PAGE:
One day in April of 2015, having just recently returned home from deployment, I stood in front of my bathroom mirror. As I gazed into the water stained mirror I didn’t recognize the person looking back. My eyes sad and lonesome, my spirit visibly broken. Now reading just this you may think that this is another PTSD story but how wrong you are. For you see, I was broken not because of what I had seen in Afghanistan as a company medic, or from the death of patients who had contracted Ebola, but because I was once again looking at a reflection of a lie.
For as long as I can remember, from as early as age five, I’ve always known I was a girl. No, not I want to be a girl, or “oh it would be better as a girl” but actually a girl. I thought, acted, played and socialized as girls do. I ran around the house as Wonder Woman because she was my hero, she was my role model. My parents thought nothing of it. I knew better. But it was the 80’s, and being transgender wasn’t something I even knew about. So I continued to pretend, continued to dress up as the boy my mother gave birth to. All the while praying to God every night to just make me a real girl. But of course that wasn’t the plan.
I hated myself.
As time went on, I realized a wonderful, powerful and amazing fact about myself: I loved men. Yup so that means I’m gay “thank God” I thought, that means I’m just gay.
And so, I came out to my parents and for the next almost 20 years I navigated the world as a gay man, pathetically I must admit. I was in relationship after relationship never really connecting with any of my partners. The truth was I still longed to finally be that girl imprisoned in my psyche on the other side of the looking-glass. I was angry, afraid but most of all confused as to why I was forced to witness the damaging and horrific effects testosterone was having on my body, turning me into something I was not and never had been. From the body hair to the oily skin and the ever coveted receding hairline, I was becoming what I feared the most; a man. No longer could I hide behind my perceived femininity of youth because I was looking like a rugged man. People would comment on how handsome I was and how much I looked like my father but they never saw that this was like an arrow through my heart. I wanted to be cute, or beautiful or gorgeous. I continued to hide under the guise of a soldier and gay guy, I pretended and acted the part I had been cast in. In retrospect I did a pretty good job cause no one knew my deepest secret. I even worked out a lot and tried to be that muscular jock, I did Crossfit to butch up. But instead of becoming the epitome of masculinity I became a mean-spirited, sarcastic and unhappy person in many respects. I wasn’t fooling anyone except myself.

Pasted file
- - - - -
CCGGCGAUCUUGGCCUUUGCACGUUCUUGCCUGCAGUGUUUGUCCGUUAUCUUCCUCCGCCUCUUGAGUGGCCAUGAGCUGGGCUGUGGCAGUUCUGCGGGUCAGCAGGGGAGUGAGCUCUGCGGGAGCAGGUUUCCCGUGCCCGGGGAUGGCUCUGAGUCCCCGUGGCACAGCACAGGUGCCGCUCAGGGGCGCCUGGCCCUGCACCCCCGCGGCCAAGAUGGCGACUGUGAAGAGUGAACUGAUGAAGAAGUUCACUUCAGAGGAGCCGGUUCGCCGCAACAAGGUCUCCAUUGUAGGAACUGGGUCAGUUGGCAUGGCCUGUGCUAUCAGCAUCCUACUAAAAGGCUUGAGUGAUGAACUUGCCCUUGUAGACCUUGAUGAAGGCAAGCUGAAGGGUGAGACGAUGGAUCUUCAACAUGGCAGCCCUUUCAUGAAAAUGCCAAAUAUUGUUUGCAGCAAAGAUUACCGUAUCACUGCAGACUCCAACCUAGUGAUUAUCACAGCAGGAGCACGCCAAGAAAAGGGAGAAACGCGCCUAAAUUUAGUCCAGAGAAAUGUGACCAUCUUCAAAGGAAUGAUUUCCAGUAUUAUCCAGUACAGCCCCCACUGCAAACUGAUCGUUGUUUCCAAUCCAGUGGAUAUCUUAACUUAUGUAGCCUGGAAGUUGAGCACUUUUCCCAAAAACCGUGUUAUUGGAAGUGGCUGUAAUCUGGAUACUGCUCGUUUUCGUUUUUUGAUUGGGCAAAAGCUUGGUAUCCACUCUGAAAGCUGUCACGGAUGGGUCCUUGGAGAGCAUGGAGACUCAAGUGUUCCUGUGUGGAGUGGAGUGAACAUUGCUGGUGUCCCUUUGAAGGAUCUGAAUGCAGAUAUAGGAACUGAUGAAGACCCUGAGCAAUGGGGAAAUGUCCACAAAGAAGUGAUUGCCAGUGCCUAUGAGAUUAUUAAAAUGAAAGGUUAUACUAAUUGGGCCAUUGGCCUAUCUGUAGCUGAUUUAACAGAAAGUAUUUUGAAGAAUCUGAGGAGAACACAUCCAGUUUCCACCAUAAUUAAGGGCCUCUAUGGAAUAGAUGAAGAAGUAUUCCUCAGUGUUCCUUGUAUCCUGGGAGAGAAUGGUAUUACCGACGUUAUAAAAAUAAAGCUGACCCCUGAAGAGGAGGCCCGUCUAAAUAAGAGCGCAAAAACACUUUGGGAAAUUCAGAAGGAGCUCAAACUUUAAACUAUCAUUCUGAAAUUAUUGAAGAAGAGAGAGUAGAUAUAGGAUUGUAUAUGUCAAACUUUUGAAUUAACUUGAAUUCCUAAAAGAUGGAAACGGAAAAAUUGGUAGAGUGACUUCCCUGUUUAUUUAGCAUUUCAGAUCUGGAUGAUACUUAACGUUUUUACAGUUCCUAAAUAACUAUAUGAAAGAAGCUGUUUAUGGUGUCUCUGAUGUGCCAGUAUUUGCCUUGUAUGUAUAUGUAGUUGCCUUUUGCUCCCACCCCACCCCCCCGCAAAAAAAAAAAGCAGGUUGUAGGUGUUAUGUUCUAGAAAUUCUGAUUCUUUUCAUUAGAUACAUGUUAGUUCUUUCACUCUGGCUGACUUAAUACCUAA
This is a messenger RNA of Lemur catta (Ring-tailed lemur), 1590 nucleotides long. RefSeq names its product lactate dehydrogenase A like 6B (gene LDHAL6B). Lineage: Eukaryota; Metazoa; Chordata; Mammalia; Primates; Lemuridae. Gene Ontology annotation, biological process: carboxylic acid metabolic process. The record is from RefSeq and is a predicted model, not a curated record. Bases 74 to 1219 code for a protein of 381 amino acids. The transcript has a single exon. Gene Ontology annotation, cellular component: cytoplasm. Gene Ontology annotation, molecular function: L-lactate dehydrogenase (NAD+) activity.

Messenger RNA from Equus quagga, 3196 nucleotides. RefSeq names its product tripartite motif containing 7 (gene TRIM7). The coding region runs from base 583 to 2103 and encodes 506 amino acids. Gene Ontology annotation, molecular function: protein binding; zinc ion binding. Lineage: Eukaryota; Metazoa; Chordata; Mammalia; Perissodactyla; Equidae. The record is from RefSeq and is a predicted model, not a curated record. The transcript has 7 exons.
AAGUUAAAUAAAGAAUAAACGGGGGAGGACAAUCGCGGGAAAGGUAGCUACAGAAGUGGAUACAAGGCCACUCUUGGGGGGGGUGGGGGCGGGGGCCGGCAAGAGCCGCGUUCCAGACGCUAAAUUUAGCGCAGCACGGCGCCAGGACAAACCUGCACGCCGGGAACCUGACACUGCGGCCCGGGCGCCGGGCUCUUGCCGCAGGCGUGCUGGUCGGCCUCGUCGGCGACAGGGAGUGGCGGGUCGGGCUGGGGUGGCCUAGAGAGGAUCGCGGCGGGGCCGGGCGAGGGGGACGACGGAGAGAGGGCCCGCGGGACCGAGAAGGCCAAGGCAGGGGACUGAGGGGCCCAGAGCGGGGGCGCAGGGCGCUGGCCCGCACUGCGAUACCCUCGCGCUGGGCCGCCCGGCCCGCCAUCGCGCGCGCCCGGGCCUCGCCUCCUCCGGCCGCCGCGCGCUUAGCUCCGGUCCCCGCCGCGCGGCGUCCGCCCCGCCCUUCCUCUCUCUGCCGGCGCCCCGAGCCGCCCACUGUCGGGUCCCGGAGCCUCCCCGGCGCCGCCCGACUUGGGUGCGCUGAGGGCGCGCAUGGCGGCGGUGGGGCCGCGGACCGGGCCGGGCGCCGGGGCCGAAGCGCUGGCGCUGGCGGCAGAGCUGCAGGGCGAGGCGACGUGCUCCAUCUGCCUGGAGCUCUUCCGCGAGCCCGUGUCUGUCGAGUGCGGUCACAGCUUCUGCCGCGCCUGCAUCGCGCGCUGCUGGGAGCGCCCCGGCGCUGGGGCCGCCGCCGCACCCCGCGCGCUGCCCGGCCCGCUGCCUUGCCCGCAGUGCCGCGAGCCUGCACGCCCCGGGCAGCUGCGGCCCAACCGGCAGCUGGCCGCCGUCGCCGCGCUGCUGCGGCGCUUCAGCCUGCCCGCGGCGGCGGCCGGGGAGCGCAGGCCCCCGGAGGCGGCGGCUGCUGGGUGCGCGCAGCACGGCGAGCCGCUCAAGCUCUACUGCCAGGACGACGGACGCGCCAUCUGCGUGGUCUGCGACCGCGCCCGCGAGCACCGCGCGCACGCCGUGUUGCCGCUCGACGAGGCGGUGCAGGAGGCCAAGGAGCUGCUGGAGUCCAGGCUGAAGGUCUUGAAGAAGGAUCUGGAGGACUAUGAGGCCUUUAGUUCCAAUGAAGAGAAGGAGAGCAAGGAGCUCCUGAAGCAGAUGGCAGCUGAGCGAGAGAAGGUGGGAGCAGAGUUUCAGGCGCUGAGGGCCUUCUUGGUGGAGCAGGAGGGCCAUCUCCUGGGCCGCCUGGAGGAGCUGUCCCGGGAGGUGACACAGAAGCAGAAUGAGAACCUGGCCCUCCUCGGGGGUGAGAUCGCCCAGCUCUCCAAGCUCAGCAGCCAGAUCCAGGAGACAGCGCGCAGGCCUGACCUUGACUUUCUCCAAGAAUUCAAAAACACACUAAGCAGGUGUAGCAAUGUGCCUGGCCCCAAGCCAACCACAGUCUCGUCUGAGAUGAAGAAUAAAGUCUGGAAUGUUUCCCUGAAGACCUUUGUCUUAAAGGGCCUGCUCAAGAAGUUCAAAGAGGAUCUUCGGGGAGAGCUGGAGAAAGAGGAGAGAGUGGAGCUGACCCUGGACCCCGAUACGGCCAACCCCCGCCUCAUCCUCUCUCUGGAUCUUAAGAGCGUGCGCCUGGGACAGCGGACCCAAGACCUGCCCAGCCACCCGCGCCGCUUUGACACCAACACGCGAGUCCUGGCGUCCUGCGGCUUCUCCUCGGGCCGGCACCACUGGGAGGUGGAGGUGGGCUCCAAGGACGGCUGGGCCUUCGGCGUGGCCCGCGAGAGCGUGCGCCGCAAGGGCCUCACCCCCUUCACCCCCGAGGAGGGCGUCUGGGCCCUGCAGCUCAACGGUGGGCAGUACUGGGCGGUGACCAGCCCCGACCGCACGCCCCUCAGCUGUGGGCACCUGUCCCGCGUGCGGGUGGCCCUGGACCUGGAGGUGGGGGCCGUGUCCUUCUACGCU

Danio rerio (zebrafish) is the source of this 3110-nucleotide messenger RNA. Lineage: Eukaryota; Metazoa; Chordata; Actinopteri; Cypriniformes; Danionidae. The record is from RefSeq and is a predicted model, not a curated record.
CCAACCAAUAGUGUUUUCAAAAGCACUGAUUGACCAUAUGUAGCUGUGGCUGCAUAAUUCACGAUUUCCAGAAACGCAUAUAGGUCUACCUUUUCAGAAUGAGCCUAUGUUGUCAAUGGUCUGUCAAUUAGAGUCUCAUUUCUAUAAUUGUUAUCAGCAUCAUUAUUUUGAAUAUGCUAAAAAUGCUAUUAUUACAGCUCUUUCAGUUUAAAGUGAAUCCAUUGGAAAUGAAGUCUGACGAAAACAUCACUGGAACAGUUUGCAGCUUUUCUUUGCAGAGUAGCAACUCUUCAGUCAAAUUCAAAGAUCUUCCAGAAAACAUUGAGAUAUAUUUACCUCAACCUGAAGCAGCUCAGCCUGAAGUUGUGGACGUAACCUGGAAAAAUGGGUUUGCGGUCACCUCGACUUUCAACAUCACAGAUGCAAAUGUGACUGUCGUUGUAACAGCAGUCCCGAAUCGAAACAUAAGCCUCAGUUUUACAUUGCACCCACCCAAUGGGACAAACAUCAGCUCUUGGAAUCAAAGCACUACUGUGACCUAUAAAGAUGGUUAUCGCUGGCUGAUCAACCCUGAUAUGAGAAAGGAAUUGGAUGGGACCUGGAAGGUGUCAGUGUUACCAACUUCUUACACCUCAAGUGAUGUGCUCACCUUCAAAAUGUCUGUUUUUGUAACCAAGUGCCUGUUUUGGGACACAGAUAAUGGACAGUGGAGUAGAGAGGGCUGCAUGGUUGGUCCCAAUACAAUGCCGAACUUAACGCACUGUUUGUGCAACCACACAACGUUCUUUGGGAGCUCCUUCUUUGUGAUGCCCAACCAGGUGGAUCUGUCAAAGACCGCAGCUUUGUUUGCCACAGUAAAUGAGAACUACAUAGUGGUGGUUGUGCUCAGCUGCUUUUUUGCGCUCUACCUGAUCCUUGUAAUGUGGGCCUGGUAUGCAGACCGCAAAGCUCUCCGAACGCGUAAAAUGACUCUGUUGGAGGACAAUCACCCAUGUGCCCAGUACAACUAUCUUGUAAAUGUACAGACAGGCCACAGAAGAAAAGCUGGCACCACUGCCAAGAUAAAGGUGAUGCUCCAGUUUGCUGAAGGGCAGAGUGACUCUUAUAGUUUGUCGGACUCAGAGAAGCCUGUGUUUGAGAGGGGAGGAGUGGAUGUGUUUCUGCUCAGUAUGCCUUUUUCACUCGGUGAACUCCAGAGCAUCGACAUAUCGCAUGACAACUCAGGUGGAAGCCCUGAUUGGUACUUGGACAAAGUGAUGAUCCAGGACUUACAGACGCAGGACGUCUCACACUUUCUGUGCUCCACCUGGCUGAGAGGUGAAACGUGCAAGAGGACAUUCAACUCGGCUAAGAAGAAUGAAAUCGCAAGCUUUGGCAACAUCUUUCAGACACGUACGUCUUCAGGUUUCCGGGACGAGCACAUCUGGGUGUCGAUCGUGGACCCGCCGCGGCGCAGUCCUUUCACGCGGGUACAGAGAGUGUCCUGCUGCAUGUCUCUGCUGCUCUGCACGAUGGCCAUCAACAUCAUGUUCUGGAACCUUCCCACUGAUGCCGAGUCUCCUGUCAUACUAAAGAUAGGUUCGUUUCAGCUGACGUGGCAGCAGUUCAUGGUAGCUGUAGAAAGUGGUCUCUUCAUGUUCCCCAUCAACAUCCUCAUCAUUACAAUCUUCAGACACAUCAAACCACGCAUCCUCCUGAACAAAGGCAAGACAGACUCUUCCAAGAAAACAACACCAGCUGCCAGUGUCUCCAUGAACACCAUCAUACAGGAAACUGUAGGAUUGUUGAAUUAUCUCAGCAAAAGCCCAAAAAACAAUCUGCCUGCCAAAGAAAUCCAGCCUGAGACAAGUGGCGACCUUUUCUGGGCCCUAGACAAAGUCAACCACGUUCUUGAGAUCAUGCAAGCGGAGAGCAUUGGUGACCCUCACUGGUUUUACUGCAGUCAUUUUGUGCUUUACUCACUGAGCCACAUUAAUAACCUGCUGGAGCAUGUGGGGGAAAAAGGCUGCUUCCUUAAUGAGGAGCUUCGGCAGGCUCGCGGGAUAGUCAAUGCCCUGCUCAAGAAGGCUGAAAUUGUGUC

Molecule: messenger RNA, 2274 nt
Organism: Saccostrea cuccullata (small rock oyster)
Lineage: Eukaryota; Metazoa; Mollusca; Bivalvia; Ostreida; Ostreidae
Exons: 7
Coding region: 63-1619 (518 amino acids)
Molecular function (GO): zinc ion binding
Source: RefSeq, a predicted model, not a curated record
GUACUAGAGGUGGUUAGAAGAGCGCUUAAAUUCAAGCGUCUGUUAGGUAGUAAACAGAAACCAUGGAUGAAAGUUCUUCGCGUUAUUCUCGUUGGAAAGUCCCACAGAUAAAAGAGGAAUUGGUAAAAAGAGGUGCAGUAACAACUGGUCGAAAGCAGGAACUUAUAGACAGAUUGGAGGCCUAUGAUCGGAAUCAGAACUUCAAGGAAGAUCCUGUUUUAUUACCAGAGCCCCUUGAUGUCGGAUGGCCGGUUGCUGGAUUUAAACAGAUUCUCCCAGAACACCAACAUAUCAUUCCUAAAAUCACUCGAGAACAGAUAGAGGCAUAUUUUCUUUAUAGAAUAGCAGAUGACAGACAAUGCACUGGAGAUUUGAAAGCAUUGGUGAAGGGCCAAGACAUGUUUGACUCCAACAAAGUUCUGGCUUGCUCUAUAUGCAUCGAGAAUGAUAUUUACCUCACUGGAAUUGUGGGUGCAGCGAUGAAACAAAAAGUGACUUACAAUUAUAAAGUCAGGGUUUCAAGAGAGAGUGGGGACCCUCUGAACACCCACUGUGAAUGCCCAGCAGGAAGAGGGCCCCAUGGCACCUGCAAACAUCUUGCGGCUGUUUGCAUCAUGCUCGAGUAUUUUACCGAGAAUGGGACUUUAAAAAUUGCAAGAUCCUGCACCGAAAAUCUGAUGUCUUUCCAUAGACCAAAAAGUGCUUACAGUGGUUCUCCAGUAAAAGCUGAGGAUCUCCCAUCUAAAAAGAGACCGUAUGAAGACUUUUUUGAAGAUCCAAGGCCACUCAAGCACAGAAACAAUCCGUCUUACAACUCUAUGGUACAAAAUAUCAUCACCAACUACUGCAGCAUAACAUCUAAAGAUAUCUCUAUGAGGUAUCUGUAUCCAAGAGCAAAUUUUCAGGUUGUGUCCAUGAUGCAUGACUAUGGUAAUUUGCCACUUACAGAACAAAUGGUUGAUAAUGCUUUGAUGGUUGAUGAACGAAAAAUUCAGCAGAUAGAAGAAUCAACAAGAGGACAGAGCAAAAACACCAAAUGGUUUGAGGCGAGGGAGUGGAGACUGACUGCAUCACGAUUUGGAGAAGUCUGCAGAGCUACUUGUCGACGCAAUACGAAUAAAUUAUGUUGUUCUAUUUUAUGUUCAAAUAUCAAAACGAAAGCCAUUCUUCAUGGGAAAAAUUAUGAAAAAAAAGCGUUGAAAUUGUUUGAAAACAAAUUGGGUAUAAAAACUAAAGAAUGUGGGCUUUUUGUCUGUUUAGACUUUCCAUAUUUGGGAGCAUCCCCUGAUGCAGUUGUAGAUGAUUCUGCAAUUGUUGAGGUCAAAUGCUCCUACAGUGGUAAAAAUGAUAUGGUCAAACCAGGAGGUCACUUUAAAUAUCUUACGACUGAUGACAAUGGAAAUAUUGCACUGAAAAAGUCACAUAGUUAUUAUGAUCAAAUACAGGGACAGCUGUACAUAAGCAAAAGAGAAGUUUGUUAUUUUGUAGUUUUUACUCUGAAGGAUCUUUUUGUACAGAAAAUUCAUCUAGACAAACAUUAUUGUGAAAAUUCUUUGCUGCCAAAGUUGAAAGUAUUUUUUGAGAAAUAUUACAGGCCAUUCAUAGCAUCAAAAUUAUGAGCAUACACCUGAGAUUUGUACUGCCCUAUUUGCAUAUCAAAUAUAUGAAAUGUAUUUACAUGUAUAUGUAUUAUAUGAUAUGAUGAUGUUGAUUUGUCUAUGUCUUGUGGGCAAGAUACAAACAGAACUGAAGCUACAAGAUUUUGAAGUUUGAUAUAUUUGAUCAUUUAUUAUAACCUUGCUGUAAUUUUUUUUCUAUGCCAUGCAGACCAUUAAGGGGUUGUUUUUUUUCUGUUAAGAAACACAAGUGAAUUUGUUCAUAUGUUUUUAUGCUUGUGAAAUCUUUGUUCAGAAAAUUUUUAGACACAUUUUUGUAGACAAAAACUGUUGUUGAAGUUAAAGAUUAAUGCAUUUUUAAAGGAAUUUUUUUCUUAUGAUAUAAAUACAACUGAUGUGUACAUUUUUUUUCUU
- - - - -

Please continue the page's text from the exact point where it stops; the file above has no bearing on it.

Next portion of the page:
I was miserable.
When you try to hold a beach ball under the water its a balancing act. At first, you push it down with such force so that it becomes submerged but then it sways to one side and you compensate. Then it shifts to the other side and you compensate again. After a game of underwater see-saw you loose your grip and it bursts out of the water and there is no stopping it. That is what its like to be Transgender.
My life finally began when I accepted myself for who I was. The start of it all came in the form of a conversations on a couch. At first silence, then the truth which morphed into revelation; my best friend holding me as I let years of anguish and self loathing pour out. With every tear came relief and with that relief came perseverance.
I have been through a lot since April of 2015. I’ve cried and laughed. Been angry and felt despair. I was introduced to the despicable body shaming that the beauty and fashion industry continue to perpetuate. I received my medal for the care we provided in Western Africa, and I’ve come out (again) to my entire family who welcomed their daughter (granddaughter, niece, cousin or friend ) with open arms and I decided to transition.
Through testosterone blockers, estrogen and progesterone I can now see the beautiful woman in the mirror I was all along. Those years that my true self was trying to reach out, screaming to be set free, are over. I will never again be in that dark, cold and solitary looking-glass, instead I will be in the world continually moving forward and fighting, loving, teaching and living. That Jabberwocky of despair, pain, anguish and self loathing cannot follow me any longer.
I am free.